We are all implicated in the world of the giant factory, but students of economic history and geopolitics in particular will...

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BEHEMOTH

A HISTORY OF THE FACTORY AND THE MAKING OF THE MODERN WORLD

Wide-ranging study of the world’s factories over the last three centuries.

The birthplace of the factory may have been England, as Freeman (History/Queen’s Coll.; American Empire: The Rise of a Global Power, the Democratic Revolution at Home 1945-2000, 2012, etc.) writes, but the idea of concentrated labor spread quickly throughout the world, with changes befitting local conditions as it went. For example, whereas the British countryside was crowded and full of employable men, the hinterlands of New England were not, leading capitalists there to find “a brilliant solution in the recruitment of young women” who, coming and going into marriage and their family households, would be a constantly changing cast of characters and not a “permanent proletariat.” With workers came management theories such as Taylorism, named for Frederick Winslow Taylor, who, of a liberal and educated Philadelphia family, defied expectations to become first a factory worker and then a consultant on factory labor—and whose practices “meant a loss of autonomy and an attack on craft pride” in the eyes of many workers and activists, lending credence to Marxist ideas of labor value and alienation. As Freeman notes, industrial work has fallen off considerably in the U.S., which has led to wholesale re-evaluations of the political place of unions, the role of workers in mass progressive movements, and so forth, even as manufacturing work has remained mostly steady worldwide, with about a third of the workforce engaged in industry, most employed in factories. The author also notes that factories have life cycles just as does everything else, though these are recognized differently from place to place. In China, for instance, tinkering with the industrial mix and downsizing for efficiency would run the risk of igniting political opposition, with the result that “the Chinese government moves gingerly in its prolonged effort to shut down unneeded or inefficient state-owned factory giants.”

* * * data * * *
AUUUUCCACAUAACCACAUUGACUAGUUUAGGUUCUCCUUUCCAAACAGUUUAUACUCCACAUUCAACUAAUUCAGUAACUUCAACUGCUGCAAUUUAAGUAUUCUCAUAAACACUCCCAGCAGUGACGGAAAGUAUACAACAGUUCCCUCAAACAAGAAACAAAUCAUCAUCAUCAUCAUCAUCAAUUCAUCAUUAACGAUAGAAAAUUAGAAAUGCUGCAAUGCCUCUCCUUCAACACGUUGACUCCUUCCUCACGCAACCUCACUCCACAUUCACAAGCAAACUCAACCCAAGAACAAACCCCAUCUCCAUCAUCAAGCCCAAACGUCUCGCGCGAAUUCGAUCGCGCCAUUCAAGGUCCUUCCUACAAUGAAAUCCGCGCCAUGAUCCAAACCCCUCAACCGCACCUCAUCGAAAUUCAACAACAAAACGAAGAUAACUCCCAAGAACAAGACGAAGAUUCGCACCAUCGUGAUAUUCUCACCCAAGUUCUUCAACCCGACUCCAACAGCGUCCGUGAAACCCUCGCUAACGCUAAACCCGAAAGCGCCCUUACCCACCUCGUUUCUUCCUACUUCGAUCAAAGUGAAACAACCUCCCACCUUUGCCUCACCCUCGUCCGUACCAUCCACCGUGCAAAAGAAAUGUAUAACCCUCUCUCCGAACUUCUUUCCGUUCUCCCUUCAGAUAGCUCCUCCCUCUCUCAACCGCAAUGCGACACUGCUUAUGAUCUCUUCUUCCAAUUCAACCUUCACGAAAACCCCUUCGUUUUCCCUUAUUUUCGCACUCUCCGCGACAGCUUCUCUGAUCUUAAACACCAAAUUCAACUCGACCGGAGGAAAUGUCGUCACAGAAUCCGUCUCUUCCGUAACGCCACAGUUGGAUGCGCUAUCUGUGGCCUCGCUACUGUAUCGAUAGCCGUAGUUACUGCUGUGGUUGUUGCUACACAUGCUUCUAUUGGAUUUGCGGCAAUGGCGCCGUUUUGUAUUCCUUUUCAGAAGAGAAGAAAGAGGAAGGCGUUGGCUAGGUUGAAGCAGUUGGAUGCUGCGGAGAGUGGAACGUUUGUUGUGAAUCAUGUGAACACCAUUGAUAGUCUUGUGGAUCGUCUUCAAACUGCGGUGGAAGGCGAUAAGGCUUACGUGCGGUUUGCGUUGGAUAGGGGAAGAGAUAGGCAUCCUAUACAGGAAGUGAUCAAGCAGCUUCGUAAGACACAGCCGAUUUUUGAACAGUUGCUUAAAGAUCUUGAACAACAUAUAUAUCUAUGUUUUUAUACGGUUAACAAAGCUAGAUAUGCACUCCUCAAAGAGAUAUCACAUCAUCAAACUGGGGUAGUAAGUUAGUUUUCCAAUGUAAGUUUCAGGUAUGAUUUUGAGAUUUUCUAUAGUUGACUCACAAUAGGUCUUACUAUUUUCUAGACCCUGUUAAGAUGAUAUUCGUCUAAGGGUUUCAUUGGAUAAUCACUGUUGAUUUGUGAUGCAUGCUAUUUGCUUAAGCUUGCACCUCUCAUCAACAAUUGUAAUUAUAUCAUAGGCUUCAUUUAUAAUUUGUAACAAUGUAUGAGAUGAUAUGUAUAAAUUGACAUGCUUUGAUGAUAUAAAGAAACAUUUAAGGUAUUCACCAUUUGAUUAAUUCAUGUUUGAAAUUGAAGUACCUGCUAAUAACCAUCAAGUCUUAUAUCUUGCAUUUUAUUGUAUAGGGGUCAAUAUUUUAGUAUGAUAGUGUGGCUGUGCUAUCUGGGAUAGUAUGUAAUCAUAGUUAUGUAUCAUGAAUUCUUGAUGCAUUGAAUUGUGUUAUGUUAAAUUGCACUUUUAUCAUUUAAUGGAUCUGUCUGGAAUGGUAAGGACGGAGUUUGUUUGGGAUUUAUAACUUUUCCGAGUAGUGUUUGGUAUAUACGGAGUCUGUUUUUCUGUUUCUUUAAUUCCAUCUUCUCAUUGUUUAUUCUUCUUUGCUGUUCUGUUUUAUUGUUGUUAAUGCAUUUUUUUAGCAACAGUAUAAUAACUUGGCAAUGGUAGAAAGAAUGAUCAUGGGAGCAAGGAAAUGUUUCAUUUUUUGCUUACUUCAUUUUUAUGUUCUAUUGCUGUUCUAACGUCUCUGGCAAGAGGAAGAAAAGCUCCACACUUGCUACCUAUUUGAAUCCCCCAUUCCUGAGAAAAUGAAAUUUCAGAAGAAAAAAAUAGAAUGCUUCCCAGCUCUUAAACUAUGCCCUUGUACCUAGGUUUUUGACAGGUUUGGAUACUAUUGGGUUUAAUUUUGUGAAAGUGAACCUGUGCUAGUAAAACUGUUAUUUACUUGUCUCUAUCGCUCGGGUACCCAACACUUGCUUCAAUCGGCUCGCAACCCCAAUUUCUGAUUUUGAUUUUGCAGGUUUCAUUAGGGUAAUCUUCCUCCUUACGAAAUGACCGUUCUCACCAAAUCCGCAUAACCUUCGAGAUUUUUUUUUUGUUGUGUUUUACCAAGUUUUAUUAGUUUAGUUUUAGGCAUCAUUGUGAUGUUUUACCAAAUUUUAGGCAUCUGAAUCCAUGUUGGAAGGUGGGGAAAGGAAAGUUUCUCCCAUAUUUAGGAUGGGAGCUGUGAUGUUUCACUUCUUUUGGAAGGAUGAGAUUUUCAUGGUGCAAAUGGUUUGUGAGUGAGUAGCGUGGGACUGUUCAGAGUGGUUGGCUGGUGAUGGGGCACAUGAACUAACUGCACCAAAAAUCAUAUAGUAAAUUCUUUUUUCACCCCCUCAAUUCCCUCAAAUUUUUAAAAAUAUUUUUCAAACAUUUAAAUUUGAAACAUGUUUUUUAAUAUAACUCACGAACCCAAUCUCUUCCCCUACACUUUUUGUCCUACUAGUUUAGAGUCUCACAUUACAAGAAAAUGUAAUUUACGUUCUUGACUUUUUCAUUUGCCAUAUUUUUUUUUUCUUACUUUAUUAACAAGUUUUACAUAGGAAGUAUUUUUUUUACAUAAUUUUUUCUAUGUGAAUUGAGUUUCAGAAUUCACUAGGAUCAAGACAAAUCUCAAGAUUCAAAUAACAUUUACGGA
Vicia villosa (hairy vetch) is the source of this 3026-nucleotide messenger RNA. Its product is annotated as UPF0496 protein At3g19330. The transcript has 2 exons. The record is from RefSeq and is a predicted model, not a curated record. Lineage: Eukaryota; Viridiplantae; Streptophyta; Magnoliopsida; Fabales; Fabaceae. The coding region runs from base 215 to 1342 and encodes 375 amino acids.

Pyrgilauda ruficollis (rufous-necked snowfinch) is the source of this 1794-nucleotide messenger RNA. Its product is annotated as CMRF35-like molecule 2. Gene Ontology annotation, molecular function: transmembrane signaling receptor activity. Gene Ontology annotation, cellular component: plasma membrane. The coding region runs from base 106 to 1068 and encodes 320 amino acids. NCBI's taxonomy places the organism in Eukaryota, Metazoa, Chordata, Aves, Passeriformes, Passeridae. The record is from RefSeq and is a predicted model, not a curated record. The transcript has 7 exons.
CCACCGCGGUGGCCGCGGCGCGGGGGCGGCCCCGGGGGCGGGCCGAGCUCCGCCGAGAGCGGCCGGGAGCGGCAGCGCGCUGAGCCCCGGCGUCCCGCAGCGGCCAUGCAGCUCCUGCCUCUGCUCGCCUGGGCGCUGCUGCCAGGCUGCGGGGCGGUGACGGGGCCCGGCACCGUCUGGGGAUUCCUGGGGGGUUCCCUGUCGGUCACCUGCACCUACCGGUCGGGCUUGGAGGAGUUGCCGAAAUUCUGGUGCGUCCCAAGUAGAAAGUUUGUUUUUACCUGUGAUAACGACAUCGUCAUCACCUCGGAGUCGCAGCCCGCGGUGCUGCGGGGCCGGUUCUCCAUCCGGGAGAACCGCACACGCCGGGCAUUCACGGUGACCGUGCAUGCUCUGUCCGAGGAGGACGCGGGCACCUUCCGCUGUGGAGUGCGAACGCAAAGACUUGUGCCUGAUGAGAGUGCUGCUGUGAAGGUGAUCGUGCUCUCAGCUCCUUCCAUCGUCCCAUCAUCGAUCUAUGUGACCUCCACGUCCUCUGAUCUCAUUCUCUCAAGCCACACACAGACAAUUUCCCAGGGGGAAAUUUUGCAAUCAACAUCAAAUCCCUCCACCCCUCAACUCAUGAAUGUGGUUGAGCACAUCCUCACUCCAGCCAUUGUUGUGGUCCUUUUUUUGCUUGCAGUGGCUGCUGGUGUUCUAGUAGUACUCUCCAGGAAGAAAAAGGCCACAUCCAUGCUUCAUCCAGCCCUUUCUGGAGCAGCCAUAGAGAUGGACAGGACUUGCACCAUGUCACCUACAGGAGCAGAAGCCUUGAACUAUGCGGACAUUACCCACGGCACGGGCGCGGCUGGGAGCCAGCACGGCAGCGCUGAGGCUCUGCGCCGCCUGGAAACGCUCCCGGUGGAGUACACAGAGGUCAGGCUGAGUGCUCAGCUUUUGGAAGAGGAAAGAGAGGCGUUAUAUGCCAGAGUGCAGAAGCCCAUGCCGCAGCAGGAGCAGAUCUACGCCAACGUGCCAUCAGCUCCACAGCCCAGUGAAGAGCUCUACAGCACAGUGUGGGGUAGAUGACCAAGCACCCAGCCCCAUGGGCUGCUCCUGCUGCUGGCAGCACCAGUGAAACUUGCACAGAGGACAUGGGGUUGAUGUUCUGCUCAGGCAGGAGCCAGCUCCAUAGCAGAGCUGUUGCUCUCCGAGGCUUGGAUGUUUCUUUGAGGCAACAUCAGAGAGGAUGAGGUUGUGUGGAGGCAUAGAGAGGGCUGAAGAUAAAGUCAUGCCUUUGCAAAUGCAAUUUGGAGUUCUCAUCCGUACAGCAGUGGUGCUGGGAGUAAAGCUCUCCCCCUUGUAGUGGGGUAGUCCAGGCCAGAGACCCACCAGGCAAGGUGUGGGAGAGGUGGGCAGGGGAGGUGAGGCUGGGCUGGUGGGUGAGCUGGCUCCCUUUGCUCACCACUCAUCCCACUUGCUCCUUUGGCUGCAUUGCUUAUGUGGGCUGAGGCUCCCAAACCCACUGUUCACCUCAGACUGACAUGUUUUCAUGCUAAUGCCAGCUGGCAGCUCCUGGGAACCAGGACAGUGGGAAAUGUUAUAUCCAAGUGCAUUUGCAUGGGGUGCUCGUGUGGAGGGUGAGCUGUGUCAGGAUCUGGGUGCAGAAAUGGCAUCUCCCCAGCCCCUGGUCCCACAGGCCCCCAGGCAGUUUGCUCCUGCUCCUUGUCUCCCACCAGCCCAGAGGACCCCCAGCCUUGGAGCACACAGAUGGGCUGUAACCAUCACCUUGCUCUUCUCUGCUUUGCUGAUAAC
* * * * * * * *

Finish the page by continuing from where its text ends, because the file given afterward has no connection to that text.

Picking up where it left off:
We are all implicated in the world of the giant factory, but students of economic history and geopolitics in particular will find much of value here.

Pub Date: Feb. 27, 2018

ISBN: 978-0-393-24631-5

Page Count: 464

Publisher: Norton

Review Posted Online: Nov. 22, 2017

Kirkus Reviews Issue: Dec. 15, 2017

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The author's youthfulness helps to assure the inevitable comparison with the Anne Frank diary although over and above the...

NIGHT

Elie Wiesel spent his early years in a small Transylvanian town as one of four children. 

He was the only one of the family to survive what Francois Maurois, in his introduction, calls the "human holocaust" of the persecution of the Jews, which began with the restrictions, the singularization of the yellow star, the enclosure within the ghetto, and went on to the mass deportations to the ovens of Auschwitz and Buchenwald. There are unforgettable and horrifying scenes here in this spare and sombre memoir of this experience of the hanging of a child, of his first farewell with his father who leaves him an inheritance of a knife and a spoon, and of his last goodbye at Buchenwald his father's corpse is already cold let alone the long months of survival under unconscionable conditions.